Paradoxical Peg (Nod to Feminism)
7 May - 3 June 2018
Concrete, polystyrene, wood, gold foil
The humble clothes peg has been a part of washing routines since the 1760s. While seemingly harmless, Becky Bliss considers the peg as a symbol of capitalism’s effect on domestic life.
Mass manufacture of fabric and increased advertising in the late 19th and early 20th centuries have changed our value systems, so that most people no longer have only what they need, but cupboards full of clothing, linen and towels reflecting their tastes, or ideas of status. This means that despite the invention of countless time saving appliances such as the automatic washing machine, there has been little change in the overall time it takes to clean the large amount of items we have accumulated.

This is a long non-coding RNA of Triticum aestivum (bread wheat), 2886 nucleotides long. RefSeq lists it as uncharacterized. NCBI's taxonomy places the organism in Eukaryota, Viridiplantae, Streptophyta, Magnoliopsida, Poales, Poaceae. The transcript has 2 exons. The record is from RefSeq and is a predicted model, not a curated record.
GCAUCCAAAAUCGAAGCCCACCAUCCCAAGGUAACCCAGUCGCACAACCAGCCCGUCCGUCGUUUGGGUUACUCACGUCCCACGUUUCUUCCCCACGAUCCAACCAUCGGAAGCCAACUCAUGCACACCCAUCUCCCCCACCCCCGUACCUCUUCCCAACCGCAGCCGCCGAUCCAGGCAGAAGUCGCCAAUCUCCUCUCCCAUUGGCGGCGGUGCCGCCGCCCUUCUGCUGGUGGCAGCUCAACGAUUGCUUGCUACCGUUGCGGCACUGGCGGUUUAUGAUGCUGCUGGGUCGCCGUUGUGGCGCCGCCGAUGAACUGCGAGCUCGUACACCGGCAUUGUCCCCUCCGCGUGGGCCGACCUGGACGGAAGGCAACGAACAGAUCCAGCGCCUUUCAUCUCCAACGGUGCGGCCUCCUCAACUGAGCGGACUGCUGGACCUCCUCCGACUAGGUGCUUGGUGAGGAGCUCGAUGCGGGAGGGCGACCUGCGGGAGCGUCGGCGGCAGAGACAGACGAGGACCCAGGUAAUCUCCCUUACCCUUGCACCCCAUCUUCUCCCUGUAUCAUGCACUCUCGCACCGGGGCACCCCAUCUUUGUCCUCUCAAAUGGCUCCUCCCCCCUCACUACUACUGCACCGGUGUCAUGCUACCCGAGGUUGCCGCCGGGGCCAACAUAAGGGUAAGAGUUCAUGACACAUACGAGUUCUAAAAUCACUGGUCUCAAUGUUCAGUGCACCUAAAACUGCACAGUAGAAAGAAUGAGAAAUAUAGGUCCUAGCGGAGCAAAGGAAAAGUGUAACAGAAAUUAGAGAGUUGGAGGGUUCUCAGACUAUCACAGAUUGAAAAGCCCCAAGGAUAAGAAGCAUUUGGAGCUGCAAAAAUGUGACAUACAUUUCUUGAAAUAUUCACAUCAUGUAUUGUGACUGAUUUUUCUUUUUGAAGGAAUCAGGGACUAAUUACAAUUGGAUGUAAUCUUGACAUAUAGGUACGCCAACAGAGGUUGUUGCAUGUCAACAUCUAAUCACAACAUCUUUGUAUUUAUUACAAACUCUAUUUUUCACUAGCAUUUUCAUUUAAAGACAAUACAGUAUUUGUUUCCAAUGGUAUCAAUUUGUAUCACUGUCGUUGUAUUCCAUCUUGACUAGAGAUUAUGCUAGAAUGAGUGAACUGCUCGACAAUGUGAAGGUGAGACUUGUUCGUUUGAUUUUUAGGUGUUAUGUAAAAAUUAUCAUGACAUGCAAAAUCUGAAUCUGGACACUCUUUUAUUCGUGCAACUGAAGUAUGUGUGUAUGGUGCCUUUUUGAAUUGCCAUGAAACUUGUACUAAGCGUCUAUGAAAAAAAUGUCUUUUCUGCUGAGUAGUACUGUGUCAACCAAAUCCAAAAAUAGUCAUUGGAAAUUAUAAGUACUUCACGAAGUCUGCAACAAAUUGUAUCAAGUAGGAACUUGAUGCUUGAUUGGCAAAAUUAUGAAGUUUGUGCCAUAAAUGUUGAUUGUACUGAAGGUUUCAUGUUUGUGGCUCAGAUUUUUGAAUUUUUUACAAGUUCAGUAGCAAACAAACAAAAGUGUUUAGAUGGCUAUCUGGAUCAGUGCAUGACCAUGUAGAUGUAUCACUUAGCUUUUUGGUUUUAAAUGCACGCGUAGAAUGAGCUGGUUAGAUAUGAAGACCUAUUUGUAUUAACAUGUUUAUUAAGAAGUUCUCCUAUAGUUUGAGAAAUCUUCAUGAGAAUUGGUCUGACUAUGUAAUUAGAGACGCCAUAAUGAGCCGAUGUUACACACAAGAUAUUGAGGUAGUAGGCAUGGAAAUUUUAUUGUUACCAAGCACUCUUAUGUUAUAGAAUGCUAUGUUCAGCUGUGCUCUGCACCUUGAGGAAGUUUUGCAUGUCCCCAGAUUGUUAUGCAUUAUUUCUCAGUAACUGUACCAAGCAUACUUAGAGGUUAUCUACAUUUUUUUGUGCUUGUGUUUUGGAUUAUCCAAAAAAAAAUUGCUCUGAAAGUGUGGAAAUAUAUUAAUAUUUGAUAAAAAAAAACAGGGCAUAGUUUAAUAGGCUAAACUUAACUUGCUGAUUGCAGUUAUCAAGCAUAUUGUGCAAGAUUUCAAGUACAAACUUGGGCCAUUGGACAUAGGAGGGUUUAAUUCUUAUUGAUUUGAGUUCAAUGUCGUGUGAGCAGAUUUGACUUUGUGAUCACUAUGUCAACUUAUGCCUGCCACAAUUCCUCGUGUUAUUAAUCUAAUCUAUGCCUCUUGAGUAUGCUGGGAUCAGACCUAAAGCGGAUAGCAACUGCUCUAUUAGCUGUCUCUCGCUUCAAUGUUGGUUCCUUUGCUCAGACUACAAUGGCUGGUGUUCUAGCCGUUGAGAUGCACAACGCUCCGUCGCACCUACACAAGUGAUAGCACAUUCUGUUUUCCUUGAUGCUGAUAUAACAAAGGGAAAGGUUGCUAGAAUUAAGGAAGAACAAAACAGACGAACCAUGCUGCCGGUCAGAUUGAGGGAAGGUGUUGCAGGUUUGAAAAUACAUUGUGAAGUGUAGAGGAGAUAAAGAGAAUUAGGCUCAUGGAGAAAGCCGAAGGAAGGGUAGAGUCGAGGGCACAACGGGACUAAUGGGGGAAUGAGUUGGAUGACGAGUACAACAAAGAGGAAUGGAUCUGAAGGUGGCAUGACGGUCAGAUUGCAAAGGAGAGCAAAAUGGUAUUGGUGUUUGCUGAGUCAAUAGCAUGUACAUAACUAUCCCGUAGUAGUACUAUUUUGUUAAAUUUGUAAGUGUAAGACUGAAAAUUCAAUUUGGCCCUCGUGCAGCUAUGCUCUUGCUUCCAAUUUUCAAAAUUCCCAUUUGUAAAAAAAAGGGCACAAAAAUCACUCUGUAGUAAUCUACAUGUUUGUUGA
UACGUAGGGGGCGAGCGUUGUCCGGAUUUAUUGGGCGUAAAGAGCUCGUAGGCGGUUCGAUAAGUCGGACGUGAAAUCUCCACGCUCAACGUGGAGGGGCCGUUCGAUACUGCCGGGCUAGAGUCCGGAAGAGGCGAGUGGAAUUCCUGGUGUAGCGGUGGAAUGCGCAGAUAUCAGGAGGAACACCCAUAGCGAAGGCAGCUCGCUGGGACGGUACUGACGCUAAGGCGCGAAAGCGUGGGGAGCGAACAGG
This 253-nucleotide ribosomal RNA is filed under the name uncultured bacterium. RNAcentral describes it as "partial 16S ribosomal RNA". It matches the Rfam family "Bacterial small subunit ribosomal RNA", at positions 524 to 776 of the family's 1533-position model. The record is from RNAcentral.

While household chores are shared more in the 21st century, women are still the primary carers for children, and because of this, still carry out the majority of cleaning. Today, terms such as ‘good housewife’ or ‘cleanliness is next to godliness’ might seem to belong to another era, but a tidy home is still considered a badge of pride among many. For the artist, her hand-made pegs (The Dowse, 2017) symbolised that despite technological advances, many ideas and practices remain the same.
Bliss’s large concrete peg is bizarre in its uselessness: drawing attention to our increasingly complicated lives and the ironic situation where we try to save time in one place only to spend it in another.